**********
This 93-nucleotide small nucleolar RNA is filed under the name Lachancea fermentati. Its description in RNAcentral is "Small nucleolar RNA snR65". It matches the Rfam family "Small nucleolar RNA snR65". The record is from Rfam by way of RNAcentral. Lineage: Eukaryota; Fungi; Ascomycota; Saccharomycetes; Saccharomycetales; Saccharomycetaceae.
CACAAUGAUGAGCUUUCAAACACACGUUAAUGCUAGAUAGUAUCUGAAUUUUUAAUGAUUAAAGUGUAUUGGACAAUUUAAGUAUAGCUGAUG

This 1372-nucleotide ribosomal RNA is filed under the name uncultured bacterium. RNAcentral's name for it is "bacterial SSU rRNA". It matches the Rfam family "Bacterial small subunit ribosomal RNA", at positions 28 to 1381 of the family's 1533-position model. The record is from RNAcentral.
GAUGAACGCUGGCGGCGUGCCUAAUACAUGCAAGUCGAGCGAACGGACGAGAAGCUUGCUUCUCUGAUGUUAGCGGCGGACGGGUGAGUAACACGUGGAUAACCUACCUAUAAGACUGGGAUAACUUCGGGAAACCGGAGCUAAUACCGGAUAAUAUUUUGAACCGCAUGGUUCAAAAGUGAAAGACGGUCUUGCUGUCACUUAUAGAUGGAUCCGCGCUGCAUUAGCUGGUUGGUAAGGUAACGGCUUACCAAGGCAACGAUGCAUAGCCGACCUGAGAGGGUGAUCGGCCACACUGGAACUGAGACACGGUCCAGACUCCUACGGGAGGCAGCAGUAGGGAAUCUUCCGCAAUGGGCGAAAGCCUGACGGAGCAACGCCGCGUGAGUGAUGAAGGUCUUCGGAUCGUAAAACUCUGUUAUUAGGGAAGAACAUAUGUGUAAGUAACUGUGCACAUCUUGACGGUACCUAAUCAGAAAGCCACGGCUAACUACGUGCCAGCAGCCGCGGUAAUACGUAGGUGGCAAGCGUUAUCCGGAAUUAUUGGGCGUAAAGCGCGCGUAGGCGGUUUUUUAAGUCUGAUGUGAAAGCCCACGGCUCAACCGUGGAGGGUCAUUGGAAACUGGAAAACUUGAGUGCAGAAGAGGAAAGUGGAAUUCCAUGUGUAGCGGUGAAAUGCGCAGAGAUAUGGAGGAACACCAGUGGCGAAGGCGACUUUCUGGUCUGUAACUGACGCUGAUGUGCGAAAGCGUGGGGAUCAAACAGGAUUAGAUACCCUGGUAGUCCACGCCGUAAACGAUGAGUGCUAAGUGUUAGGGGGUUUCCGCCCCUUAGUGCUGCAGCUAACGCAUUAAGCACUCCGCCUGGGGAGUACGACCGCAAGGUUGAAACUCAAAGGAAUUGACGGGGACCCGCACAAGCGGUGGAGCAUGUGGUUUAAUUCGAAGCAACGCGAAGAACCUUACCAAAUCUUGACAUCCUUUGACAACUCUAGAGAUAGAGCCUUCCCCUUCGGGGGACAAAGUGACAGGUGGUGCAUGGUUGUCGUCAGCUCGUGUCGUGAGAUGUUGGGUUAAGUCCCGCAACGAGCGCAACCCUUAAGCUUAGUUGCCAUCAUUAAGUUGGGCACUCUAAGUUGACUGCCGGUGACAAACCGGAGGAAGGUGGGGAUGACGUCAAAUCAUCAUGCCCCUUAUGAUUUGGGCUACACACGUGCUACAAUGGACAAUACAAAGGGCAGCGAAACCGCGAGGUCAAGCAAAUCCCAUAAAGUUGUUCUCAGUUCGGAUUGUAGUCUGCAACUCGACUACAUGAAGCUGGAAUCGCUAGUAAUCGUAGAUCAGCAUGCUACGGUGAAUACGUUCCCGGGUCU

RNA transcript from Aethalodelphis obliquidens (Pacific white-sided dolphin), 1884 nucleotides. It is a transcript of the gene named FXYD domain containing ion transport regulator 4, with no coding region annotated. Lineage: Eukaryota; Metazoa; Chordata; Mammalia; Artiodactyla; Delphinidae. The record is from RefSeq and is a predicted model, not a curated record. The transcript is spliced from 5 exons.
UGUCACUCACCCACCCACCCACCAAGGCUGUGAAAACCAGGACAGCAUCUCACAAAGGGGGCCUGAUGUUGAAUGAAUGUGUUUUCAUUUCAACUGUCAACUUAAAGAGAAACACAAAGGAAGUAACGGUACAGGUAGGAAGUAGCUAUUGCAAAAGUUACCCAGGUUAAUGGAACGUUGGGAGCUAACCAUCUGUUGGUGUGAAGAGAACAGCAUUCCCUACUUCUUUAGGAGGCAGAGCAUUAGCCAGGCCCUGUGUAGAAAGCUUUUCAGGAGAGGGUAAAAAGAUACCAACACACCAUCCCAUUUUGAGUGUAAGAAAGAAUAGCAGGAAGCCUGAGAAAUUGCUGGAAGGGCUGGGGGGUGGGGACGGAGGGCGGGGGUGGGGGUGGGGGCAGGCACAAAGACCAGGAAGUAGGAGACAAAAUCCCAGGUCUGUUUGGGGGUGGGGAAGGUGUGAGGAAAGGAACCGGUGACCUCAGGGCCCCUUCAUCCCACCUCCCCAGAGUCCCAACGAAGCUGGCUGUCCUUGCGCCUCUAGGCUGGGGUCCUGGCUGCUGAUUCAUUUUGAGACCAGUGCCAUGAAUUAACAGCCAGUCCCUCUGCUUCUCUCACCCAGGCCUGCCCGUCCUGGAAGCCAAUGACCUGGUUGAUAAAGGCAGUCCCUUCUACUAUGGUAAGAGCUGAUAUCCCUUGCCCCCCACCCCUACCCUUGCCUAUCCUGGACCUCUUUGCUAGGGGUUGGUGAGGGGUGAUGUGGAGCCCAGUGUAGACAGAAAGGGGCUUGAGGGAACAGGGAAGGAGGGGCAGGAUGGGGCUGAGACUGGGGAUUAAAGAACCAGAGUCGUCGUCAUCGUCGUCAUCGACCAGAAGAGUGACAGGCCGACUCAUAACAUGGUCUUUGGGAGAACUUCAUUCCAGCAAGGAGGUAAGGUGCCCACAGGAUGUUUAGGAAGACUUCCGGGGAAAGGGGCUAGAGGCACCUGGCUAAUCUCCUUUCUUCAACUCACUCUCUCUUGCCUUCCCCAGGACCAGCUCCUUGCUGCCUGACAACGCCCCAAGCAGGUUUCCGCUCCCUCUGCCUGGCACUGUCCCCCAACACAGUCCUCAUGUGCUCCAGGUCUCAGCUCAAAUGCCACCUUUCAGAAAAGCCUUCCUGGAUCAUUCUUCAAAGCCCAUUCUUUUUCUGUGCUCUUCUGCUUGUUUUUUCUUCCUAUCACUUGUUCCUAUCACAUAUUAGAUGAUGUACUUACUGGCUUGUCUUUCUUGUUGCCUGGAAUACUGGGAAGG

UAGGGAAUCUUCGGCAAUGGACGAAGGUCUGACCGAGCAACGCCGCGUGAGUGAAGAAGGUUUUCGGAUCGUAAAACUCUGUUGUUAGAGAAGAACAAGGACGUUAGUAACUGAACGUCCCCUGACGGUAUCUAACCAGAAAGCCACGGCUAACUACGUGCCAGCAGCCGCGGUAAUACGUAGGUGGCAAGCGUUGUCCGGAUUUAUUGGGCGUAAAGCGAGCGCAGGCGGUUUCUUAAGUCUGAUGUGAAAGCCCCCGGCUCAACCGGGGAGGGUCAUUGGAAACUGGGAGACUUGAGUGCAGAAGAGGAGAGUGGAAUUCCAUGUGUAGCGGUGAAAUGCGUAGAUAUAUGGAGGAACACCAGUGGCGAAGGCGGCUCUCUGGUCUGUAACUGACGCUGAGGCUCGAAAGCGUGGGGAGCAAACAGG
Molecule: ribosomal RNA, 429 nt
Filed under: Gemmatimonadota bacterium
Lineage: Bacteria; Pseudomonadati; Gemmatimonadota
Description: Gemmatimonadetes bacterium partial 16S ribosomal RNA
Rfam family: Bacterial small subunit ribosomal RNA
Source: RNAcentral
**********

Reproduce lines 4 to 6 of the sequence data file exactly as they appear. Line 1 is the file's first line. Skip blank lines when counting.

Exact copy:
GAUGAACGCUGGCGGCGUGCCUAAUACAUGCAAGUCGAGCGAACGGACGAGAAGCUUGCUUCUCUGAUGUUAGCGGCGGACGGGUGAGUAACACGUGGAUAACCUACCUAUAAGACUGGGAUAACUUCGGGAAACCGGAGCUAAUACCGGAUAAUAUUUUGAACCGCAUGGUUCAAAAGUGAAAGACGGUCUUGCUGUCACUUAUAGAUGGAUCCGCGCUGCAUUAGCUGGUUGGUAAGGUAACGGCUUACCAAGGCAACGAUGCAUAGCCGACCUGAGAGGGUGAUCGGCCACACUGGAACUGAGACACGGUCCAGACUCCUACGGGAGGCAGCAGUAGGGAAUCUUCCGCAAUGGGCGAAAGCCUGACGGAGCAACGCCGCGUGAGUGAUGAAGGUCUUCGGAUCGUAAAACUCUGUUAUUAGGGAAGAACAUAUGUGUAAGUAACUGUGCACAUCUUGACGGUACCUAAUCAGAAAGCCACGGCUAACUACGUGCCAGCAGCCGCGGUAAUACGUAGGUGGCAAGCGUUAUCCGGAAUUAUUGGGCGUAAAGCGCGCGUAGGCGGUUUUUUAAGUCUGAUGUGAAAGCCCACGGCUCAACCGUGGAGGGUCAUUGGAAACUGGAAAACUUGAGUGCAGAAGAGGAAAGUGGAAUUCCAUGUGUAGCGGUGAAAUGCGCAGAGAUAUGGAGGAACACCAGUGGCGAAGGCGACUUUCUGGUCUGUAACUGACGCUGAUGUGCGAAAGCGUGGGGAUCAAACAGGAUUAGAUACCCUGGUAGUCCACGCCGUAAACGAUGAGUGCUAAGUGUUAGGGGGUUUCCGCCCCUUAGUGCUGCAGCUAACGCAUUAAGCACUCCGCCUGGGGAGUACGACCGCAAGGUUGAAACUCAAAGGAAUUGACGGGGACCCGCACAAGCGGUGGAGCAUGUGGUUUAAUUCGAAGCAACGCGAAGAACCUUACCAAAUCUUGACAUCCUUUGACAACUCUAGAGAUAGAGCCUUCCCCUUCGGGGGACAAAGUGACAGGUGGUGCAUGGUUGUCGUCAGCUCGUGUCGUGAGAUGUUGGGUUAAGUCCCGCAACGAGCGCAACCCUUAAGCUUAGUUGCCAUCAUUAAGUUGGGCACUCUAAGUUGACUGCCGGUGACAAACCGGAGGAAGGUGGGGAUGACGUCAAAUCAUCAUGCCCCUUAUGAUUUGGGCUACACACGUGCUACAAUGGACAAUACAAAGGGCAGCGAAACCGCGAGGUCAAGCAAAUCCCAUAAAGUUGUUCUCAGUUCGGAUUGUAGUCUGCAACUCGACUACAUGAAGCUGGAAUCGCUAGUAAUCGUAGAUCAGCAUGCUACGGUGAAUACGUUCCCGGGUCU

RNA transcript from Aethalodelphis obliquidens (Pacific white-sided dolphin), 1884 nucleotides. It is a transcript of the gene named FXYD domain containing ion transport regulator 4, with no coding region annotated. Lineage: Eukaryota; Metazoa; Chordata; Mammalia; Artiodactyla; Delphinidae. The record is from RefSeq and is a predicted model, not a curated record. The transcript is spliced from 5 exons.
UGUCACUCACCCACCCACCCACCAAGGCUGUGAAAACCAGGACAGCAUCUCACAAAGGGGGCCUGAUGUUGAAUGAAUGUGUUUUCAUUUCAACUGUCAACUUAAAGAGAAACACAAAGGAAGUAACGGUACAGGUAGGAAGUAGCUAUUGCAAAAGUUACCCAGGUUAAUGGAACGUUGGGAGCUAACCAUCUGUUGGUGUGAAGAGAACAGCAUUCCCUACUUCUUUAGGAGGCAGAGCAUUAGCCAGGCCCUGUGUAGAAAGCUUUUCAGGAGAGGGUAAAAAGAUACCAACACACCAUCCCAUUUUGAGUGUAAGAAAGAAUAGCAGGAAGCCUGAGAAAUUGCUGGAAGGGCUGGGGGGUGGGGACGGAGGGCGGGGGUGGGGGUGGGGGCAGGCACAAAGACCAGGAAGUAGGAGACAAAAUCCCAGGUCUGUUUGGGGGUGGGGAAGGUGUGAGGAAAGGAACCGGUGACCUCAGGGCCCCUUCAUCCCACCUCCCCAGAGUCCCAACGAAGCUGGCUGUCCUUGCGCCUCUAGGCUGGGGUCCUGGCUGCUGAUUCAUUUUGAGACCAGUGCCAUGAAUUAACAGCCAGUCCCUCUGCUUCUCUCACCCAGGCCUGCCCGUCCUGGAAGCCAAUGACCUGGUUGAUAAAGGCAGUCCCUUCUACUAUGGUAAGAGCUGAUAUCCCUUGCCCCCCACCCCUACCCUUGCCUAUCCUGGACCUCUUUGCUAGGGGUUGGUGAGGGGUGAUGUGGAGCCCAGUGUAGACAGAAAGGGGCUUGAGGGAACAGGGAAGGAGGGGCAGGAUGGGGCUGAGACUGGGGAUUAAAGAACCAGAGUCGUCGUCAUCGUCGUCAUCGACCAGAAGAGUGACAGGCCGACUCAUAACAUGGUCUUUGGGAGAACUUCAUUCCAGCAAGGAGGUAAGGUGCCCACAGGAUGUUUAGGAAGACUUCCGGGGAAAGGGGCUAGAGGCACCUGGCUAAUCUCCUUUCUUCAACUCACUCUCUCUUGCCUUCCCCAGGACCAGCUCCUUGCUGCCUGACAACGCCCCAAGCAGGUUUCCGCUCCCUCUGCCUGGCACUGUCCCCCAACACAGUCCUCAUGUGCUCCAGGUCUCAGCUCAAAUGCCACCUUUCAGAAAAGCCUUCCUGGAUCAUUCUUCAAAGCCCAUUCUUUUUCUGUGCUCUUCUGCUUGUUUUUUCUUCCUAUCACUUGUUCCUAUCACAUAUUAGAUGAUGUACUUACUGGCUUGUCUUUCUUGUUGCCUGGAAUACUGGGAAGG